|Source||Humanized (from mouse)|
|Chemical and physical data|
|Molar mass||146.44 kg/mol g·mol−1|
|(what is this?)|
Mogamulizumab (trade name Poteligeo) is a humanized, afucosylated monoclonal antibody targeting CC chemokine receptor 4 (CCR4). The US FDA approved it in August 2018 for treatment of relapsed or refractory mycosis fungoides and Sézary disease. It was approved in Japan in 2012 for the treatment of relapsed or refractory CCR4+ adult T-cell leukemia/lymphoma (ATCLL) and in 2014 for relapsed or refractory CCR4+ cutaneous T cell lymphoma (CTCL). The latter approval was based on study with 28 subjects.
The precursor to mogamulizumab was a mouse anti-human CCR4 IgG1 mAb (KM2160), that was made in 1996 in a collaboration between Kouji Matsushima of University of Tokyo and Kyowa Hakko Kirin. Kyowa humanized it, and expressed the humanized gene in a CHO cell line in which FUT8 had been knocked out, which produced antibodies with no fucose in the Fc region. This is thought to enhance its antibody-dependent cell-mediated cytotoxicity. It was first tested in humans in 2007.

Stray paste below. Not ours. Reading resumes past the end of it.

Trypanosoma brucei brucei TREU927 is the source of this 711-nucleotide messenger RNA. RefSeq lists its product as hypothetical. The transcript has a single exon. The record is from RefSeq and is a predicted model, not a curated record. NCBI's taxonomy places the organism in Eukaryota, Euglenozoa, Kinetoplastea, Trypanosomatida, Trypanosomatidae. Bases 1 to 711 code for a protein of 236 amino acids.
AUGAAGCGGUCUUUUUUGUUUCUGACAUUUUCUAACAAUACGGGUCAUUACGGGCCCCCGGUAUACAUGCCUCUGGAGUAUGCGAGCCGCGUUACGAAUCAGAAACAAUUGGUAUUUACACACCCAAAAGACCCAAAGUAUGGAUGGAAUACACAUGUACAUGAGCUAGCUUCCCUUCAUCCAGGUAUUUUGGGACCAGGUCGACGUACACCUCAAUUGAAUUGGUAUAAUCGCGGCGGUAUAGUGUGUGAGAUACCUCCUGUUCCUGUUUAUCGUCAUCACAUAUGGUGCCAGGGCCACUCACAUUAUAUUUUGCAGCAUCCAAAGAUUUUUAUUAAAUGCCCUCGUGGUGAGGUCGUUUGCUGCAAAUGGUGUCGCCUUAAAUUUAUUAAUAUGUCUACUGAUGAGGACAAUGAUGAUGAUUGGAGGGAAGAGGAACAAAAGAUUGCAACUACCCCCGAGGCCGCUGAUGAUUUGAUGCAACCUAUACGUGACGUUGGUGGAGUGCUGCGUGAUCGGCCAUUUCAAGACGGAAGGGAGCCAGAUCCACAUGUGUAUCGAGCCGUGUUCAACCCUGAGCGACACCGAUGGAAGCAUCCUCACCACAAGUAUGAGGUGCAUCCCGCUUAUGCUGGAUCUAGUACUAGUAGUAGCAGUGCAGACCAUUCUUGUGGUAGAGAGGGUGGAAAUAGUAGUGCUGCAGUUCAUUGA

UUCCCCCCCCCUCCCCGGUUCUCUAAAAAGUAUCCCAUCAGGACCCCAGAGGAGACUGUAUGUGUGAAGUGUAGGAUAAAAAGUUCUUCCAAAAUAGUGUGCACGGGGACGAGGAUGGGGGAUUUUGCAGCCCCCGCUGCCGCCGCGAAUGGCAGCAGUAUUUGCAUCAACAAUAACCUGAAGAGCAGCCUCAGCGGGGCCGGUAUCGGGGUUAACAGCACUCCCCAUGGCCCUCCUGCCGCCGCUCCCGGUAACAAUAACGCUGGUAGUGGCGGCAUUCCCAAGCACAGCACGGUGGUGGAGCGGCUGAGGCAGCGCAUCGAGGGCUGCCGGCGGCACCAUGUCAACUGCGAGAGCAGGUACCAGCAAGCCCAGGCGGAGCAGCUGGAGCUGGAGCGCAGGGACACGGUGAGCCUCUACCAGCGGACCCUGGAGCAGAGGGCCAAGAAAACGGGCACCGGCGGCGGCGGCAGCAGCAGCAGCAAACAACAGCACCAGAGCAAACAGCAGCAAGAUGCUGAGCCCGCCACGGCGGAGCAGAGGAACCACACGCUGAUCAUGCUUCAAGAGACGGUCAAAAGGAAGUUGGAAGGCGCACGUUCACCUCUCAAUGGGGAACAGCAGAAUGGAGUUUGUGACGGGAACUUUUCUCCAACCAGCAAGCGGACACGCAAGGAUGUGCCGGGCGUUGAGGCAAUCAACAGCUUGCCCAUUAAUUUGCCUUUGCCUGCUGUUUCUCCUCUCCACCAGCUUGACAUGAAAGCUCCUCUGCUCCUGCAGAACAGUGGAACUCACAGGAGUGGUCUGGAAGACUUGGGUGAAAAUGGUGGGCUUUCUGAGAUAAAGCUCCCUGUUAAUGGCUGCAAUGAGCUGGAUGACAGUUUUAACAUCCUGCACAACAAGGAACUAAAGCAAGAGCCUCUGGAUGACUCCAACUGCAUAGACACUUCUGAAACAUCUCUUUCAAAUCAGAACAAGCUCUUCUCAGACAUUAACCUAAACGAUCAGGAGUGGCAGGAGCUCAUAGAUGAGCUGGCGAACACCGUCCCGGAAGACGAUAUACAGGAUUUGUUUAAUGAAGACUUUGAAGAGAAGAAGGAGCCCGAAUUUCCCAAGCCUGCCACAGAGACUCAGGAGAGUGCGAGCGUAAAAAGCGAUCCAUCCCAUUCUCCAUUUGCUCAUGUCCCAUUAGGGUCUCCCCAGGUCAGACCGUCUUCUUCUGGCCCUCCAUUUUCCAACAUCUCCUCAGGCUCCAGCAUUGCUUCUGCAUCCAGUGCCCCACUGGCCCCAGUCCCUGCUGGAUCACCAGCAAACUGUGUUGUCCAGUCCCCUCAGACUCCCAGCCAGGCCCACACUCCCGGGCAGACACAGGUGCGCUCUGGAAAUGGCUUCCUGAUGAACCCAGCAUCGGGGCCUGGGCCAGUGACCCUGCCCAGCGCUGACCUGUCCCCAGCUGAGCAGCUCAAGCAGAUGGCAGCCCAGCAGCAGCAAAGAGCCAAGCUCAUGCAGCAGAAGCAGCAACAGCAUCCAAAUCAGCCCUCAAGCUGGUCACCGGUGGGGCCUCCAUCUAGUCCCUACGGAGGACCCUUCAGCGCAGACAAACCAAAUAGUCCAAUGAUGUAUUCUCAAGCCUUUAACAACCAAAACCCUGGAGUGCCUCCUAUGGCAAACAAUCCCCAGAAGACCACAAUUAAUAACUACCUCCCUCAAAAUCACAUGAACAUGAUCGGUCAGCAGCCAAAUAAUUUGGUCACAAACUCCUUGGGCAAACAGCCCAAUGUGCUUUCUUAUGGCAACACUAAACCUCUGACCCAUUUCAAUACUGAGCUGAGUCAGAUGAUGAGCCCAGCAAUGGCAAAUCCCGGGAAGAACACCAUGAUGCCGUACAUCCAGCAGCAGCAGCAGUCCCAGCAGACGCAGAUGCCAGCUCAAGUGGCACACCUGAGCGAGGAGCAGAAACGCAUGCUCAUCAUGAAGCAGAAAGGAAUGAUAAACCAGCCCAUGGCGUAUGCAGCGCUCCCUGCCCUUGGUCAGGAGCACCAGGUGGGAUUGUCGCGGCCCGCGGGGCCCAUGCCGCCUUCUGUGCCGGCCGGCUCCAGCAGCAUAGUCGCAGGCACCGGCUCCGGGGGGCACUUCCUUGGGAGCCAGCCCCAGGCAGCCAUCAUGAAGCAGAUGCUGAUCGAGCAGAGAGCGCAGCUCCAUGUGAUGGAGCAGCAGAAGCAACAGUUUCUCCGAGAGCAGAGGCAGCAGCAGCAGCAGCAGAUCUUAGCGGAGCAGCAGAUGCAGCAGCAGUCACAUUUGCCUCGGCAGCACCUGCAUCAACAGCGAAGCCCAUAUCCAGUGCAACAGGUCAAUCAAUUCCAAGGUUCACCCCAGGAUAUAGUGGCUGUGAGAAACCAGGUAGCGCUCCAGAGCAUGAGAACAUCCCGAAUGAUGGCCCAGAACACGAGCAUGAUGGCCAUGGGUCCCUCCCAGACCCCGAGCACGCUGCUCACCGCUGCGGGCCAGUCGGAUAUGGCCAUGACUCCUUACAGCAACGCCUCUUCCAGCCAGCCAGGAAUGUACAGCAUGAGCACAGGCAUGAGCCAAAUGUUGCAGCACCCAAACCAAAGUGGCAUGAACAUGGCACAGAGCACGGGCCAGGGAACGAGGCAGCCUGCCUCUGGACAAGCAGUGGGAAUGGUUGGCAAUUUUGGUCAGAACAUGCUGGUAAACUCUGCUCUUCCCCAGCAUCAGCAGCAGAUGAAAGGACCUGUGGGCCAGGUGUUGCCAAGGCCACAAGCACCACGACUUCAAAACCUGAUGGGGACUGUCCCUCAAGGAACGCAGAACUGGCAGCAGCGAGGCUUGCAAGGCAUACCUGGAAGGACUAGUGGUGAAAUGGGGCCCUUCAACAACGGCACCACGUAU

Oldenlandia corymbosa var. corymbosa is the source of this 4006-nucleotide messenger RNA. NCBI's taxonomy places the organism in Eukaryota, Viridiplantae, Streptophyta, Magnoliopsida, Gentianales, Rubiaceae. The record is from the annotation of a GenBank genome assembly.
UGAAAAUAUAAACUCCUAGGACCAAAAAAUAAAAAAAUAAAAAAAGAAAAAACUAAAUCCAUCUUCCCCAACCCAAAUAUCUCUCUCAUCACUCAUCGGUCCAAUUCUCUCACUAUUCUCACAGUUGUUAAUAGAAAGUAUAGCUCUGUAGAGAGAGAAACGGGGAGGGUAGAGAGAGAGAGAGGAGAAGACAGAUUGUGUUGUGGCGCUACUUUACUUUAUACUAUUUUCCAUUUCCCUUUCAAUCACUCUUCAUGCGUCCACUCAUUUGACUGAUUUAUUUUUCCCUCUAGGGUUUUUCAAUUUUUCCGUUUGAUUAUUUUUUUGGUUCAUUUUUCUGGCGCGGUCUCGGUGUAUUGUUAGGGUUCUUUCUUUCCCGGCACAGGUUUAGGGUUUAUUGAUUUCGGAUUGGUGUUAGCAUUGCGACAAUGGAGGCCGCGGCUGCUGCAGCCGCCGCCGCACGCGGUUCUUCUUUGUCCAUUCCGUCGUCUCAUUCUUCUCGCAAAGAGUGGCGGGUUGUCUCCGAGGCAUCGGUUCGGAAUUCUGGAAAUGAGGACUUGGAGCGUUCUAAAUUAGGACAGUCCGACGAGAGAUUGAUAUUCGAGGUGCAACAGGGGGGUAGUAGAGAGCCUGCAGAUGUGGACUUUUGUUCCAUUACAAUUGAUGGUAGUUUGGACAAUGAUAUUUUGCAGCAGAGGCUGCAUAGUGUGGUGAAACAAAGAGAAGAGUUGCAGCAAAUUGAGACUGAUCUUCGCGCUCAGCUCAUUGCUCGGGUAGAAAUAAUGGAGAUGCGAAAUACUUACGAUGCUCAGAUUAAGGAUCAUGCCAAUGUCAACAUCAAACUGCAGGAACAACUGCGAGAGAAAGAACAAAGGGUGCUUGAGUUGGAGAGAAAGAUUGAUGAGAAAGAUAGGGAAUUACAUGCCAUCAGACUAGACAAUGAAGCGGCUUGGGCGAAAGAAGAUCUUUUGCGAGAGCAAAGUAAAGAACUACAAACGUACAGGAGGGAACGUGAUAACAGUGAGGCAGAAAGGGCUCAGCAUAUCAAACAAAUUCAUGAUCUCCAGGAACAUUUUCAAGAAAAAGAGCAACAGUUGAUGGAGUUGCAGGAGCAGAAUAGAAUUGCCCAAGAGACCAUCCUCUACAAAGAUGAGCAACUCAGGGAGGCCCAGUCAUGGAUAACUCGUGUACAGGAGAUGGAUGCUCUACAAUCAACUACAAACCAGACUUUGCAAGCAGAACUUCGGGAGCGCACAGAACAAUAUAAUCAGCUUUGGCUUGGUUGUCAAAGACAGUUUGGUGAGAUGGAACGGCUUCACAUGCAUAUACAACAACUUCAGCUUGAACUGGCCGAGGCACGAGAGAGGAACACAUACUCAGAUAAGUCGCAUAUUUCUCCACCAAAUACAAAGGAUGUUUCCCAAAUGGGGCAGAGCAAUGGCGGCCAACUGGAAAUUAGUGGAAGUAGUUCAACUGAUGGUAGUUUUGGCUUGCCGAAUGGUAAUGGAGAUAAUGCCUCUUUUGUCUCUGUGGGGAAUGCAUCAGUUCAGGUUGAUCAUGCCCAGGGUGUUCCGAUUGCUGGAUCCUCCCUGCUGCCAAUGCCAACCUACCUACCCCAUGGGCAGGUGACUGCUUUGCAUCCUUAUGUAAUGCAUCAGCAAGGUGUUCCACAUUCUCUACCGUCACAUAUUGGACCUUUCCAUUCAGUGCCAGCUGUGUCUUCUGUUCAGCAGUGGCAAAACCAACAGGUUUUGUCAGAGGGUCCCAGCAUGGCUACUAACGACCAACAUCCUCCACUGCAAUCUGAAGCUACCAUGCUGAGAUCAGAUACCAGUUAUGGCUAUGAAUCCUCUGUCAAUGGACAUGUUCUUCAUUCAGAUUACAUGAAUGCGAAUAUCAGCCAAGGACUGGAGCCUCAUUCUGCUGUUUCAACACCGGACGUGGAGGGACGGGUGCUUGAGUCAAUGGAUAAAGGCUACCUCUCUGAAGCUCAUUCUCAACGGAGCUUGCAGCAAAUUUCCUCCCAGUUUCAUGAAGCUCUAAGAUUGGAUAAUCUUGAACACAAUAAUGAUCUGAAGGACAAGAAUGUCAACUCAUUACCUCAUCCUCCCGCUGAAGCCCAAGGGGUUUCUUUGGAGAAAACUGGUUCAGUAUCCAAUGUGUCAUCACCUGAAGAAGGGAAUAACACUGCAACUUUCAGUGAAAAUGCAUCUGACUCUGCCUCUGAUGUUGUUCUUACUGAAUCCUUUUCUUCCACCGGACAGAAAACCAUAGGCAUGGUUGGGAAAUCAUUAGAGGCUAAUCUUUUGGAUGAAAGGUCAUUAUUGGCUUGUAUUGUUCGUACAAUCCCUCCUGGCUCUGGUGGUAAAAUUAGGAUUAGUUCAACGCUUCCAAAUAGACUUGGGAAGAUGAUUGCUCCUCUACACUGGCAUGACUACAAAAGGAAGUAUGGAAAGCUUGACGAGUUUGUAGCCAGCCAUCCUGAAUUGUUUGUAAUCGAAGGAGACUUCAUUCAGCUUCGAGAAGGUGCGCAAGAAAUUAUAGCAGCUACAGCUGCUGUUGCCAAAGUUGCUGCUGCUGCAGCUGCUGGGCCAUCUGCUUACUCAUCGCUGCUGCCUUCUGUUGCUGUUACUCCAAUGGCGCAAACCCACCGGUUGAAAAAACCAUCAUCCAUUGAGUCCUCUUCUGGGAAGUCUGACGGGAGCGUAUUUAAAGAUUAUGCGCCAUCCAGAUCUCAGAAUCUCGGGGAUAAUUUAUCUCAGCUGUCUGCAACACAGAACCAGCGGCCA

Kyowa licensed rights for use outside of cancer to Amgen in 2008 for $100 million up front and $420 million in biodollars. Amgen ran a Phase I study to explore its use in asthma. Amgen terminated the agreement in 2014.
Currently, mogamulizumab is being explored as a treatment for HTLV-1–Associated Myelopathy. An early Phase 1-2a study showed decreased in proviral loads, as well as inflammatory markers in the CSF. 79% of the patients showed reduction in spasticity and 32% showed decrease in motor disability.
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